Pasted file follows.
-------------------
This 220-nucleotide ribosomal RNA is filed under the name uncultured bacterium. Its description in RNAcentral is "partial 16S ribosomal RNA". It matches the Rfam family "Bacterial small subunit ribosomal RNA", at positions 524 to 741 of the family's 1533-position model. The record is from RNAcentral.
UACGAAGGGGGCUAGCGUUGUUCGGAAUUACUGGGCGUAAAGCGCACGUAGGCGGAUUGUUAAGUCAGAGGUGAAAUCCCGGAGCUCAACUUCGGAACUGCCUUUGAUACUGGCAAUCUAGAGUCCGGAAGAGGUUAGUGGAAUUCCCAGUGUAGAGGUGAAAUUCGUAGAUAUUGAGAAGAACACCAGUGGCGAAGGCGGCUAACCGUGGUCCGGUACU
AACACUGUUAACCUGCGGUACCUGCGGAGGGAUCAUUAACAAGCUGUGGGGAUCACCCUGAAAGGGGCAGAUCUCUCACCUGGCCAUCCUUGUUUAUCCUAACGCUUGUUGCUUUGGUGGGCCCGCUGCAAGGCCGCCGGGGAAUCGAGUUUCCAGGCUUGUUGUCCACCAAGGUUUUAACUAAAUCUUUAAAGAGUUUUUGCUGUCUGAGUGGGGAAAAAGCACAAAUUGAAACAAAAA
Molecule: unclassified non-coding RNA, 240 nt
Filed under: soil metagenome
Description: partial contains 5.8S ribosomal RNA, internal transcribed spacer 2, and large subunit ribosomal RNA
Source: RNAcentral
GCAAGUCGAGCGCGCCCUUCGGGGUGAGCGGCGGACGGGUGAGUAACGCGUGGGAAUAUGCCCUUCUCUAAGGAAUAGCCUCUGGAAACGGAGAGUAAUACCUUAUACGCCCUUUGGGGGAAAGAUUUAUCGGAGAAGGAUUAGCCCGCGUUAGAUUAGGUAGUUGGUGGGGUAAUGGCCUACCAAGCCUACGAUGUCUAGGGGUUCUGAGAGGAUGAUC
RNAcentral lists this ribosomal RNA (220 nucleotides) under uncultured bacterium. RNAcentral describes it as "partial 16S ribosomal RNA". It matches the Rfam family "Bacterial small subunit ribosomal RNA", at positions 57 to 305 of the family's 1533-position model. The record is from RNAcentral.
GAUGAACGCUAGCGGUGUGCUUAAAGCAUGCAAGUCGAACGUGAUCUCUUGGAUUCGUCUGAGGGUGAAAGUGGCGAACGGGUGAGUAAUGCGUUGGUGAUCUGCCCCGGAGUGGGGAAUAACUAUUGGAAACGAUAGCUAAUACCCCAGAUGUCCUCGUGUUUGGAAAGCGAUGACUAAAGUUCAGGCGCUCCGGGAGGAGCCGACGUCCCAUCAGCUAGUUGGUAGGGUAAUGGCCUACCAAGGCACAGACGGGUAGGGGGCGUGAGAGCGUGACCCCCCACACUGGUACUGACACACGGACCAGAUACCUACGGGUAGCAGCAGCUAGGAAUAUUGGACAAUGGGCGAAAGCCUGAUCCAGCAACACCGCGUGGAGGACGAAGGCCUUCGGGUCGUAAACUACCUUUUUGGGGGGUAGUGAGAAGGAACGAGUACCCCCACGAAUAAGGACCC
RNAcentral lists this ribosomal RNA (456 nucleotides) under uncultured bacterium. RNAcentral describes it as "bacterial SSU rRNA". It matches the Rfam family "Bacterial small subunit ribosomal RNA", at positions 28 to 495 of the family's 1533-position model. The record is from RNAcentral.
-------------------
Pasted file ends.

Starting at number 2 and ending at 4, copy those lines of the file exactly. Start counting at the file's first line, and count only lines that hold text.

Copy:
UACGAAGGGGGCUAGCGUUGUUCGGAAUUACUGGGCGUAAAGCGCACGUAGGCGGAUUGUUAAGUCAGAGGUGAAAUCCCGGAGCUCAACUUCGGAACUGCCUUUGAUACUGGCAAUCUAGAGUCCGGAAGAGGUUAGUGGAAUUCCCAGUGUAGAGGUGAAAUUCGUAGAUAUUGAGAAGAACACCAGUGGCGAAGGCGGCUAACCGUGGUCCGGUACU
AACACUGUUAACCUGCGGUACCUGCGGAGGGAUCAUUAACAAGCUGUGGGGAUCACCCUGAAAGGGGCAGAUCUCUCACCUGGCCAUCCUUGUUUAUCCUAACGCUUGUUGCUUUGGUGGGCCCGCUGCAAGGCCGCCGGGGAAUCGAGUUUCCAGGCUUGUUGUCCACCAAGGUUUUAACUAAAUCUUUAAAGAGUUUUUGCUGUCUGAGUGGGGAAAAAGCACAAAUUGAAACAAAAA
Molecule: unclassified non-coding RNA, 240 nt